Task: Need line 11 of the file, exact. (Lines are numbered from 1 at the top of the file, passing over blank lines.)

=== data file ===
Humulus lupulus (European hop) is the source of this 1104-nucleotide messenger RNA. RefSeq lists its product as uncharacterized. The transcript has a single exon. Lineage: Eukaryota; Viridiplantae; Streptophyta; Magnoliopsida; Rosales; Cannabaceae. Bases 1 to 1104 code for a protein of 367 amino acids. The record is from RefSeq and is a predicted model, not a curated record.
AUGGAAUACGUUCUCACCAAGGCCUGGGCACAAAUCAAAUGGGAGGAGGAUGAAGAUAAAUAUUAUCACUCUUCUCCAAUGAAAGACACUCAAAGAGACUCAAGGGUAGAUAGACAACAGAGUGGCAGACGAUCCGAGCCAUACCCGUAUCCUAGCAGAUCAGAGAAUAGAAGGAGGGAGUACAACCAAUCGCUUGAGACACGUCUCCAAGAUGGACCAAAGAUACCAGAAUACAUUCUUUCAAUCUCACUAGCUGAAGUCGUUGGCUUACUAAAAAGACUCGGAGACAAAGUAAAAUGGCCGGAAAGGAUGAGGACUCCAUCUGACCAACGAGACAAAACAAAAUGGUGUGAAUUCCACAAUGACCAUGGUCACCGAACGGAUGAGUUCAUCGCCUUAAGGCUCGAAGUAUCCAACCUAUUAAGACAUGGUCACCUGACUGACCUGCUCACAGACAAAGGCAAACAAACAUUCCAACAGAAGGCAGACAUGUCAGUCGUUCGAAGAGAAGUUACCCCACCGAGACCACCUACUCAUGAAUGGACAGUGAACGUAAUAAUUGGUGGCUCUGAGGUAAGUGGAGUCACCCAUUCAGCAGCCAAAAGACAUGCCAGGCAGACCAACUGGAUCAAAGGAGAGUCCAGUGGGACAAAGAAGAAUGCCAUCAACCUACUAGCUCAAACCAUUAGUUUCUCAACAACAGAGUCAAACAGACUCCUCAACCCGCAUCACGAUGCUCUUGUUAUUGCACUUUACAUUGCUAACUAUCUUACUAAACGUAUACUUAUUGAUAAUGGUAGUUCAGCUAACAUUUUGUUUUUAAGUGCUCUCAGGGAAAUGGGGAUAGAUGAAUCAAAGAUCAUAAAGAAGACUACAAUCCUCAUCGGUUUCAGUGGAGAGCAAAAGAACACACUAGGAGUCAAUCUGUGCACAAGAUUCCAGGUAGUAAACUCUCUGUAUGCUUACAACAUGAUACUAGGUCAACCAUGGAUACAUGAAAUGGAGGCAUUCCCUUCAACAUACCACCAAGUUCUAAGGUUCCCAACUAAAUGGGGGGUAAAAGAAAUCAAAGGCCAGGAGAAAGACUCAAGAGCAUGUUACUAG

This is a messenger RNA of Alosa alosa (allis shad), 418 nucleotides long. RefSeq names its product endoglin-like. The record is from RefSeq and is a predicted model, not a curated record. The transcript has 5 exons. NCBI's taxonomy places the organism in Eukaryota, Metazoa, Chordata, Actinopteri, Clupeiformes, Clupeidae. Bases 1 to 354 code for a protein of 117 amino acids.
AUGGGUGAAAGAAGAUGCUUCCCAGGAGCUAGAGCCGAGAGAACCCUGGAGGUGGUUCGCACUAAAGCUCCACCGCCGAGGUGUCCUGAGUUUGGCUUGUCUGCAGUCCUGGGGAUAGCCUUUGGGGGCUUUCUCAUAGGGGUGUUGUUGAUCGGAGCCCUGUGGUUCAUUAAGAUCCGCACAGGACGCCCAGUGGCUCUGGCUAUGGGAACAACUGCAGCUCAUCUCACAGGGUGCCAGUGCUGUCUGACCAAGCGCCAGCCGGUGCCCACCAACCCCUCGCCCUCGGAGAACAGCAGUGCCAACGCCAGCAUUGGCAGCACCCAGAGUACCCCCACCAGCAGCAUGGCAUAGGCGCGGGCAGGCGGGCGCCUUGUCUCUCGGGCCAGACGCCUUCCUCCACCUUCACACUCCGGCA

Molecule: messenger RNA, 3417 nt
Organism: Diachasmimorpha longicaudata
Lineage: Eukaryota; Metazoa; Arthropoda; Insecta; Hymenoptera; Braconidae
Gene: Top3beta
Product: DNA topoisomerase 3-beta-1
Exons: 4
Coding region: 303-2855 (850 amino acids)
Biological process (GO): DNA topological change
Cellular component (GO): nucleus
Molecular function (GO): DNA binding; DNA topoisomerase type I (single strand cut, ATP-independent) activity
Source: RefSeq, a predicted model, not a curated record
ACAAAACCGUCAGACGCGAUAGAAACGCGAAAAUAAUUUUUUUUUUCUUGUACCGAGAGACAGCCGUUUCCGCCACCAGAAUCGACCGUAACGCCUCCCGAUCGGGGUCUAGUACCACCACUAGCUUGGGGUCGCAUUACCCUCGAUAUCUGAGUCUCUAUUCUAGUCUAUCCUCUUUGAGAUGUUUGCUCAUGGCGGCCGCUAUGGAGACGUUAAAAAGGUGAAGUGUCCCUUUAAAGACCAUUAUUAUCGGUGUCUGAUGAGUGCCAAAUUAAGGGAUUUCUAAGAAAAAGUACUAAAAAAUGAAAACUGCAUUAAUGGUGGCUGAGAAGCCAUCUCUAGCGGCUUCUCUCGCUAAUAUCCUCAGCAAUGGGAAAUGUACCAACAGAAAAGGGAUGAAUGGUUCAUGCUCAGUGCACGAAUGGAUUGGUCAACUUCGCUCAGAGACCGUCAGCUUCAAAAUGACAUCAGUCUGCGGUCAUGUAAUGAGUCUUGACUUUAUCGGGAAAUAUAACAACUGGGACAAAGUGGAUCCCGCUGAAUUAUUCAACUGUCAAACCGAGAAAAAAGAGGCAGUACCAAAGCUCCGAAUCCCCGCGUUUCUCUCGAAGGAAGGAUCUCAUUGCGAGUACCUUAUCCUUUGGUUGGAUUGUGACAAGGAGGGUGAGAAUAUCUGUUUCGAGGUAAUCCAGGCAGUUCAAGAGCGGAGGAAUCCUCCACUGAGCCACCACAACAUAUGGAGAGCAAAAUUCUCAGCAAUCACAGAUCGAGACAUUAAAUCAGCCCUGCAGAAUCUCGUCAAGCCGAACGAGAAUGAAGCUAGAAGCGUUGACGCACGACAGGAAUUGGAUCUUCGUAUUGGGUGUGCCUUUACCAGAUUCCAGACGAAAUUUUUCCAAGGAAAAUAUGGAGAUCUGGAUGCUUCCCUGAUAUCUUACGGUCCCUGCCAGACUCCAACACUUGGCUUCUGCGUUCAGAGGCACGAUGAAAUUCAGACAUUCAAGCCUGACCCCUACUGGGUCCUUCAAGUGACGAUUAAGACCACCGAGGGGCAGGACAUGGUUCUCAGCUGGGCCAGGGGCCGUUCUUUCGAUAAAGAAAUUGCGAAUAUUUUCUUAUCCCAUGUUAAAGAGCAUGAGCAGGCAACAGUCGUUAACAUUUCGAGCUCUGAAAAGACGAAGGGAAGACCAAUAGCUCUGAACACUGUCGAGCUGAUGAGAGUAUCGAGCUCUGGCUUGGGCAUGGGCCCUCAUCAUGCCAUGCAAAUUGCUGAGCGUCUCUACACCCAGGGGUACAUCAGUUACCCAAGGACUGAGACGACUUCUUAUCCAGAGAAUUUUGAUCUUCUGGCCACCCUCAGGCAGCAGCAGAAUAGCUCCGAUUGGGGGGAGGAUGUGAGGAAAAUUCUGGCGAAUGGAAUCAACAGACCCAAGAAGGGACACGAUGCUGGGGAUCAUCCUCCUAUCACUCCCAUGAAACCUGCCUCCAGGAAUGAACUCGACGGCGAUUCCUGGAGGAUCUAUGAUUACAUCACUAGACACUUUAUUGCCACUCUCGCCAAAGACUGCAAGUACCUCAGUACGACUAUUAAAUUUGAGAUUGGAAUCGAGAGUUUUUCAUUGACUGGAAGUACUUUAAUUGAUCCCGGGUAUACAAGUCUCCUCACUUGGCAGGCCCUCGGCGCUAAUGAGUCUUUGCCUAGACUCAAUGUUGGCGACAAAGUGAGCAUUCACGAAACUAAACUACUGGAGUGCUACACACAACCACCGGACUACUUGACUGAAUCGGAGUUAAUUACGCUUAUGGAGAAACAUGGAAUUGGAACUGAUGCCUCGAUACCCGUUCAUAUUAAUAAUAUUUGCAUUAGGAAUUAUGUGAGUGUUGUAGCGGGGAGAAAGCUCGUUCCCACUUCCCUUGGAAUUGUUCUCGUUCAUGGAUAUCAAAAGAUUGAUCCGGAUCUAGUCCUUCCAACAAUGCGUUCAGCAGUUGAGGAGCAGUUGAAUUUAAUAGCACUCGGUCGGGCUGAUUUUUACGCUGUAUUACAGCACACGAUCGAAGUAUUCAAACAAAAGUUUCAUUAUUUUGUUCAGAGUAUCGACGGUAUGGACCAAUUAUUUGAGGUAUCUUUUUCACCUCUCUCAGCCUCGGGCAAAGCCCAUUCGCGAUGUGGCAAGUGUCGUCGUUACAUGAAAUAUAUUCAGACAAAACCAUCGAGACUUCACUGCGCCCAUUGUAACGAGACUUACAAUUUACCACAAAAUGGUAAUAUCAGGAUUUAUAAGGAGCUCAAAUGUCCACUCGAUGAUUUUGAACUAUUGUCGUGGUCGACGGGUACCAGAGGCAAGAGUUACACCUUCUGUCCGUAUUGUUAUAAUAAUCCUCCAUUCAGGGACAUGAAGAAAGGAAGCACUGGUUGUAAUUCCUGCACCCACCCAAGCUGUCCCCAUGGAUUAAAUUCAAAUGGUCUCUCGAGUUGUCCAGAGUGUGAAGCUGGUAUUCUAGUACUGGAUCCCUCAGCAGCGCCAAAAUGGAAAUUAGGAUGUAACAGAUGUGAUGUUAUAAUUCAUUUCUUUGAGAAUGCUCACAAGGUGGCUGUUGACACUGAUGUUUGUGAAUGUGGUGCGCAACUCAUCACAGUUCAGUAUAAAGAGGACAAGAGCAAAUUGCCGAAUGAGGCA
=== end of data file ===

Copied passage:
Coding region: 303-2855 (850 amino acids)